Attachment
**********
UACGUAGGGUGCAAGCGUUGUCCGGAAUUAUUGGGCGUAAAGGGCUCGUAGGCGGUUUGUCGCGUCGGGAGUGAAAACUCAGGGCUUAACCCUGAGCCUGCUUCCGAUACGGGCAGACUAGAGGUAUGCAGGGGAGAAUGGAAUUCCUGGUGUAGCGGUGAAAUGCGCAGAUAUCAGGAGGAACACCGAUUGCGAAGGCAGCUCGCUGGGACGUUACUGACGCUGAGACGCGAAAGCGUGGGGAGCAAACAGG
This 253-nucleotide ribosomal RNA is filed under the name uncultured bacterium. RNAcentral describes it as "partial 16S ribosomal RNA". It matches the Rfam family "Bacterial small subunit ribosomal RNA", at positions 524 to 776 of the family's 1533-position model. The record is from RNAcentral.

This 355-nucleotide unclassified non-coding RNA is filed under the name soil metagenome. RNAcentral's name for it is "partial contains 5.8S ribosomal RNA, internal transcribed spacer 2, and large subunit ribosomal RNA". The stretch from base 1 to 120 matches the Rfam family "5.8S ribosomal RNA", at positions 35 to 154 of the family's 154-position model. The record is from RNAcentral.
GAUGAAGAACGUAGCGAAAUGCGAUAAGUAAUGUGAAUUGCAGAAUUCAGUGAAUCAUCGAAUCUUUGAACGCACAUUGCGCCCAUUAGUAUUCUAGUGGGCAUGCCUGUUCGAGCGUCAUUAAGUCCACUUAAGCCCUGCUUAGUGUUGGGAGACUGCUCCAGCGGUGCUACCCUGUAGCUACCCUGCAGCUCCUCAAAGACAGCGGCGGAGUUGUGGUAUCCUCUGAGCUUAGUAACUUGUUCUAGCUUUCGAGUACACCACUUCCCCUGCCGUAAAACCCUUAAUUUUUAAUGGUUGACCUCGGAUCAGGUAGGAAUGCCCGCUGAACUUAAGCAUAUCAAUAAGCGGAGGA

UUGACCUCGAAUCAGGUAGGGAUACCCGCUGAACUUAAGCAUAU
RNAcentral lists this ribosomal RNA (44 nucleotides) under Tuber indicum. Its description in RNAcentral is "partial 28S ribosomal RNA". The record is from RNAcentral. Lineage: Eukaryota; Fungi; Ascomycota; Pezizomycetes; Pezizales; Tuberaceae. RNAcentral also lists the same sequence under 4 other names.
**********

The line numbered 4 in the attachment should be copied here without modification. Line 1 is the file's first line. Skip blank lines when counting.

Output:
GAUGAAGAACGUAGCGAAAUGCGAUAAGUAAUGUGAAUUGCAGAAUUCAGUGAAUCAUCGAAUCUUUGAACGCACAUUGCGCCCAUUAGUAUUCUAGUGGGCAUGCCUGUUCGAGCGUCAUUAAGUCCACUUAAGCCCUGCUUAGUGUUGGGAGACUGCUCCAGCGGUGCUACCCUGUAGCUACCCUGCAGCUCCUCAAAGACAGCGGCGGAGUUGUGGUAUCCUCUGAGCUUAGUAACUUGUUCUAGCUUUCGAGUACACCACUUCCCCUGCCGUAAAACCCUUAAUUUUUAAUGGUUGACCUCGGAUCAGGUAGGAAUGCCCGCUGAACUUAAGCAUAUCAAUAAGCGGAGGA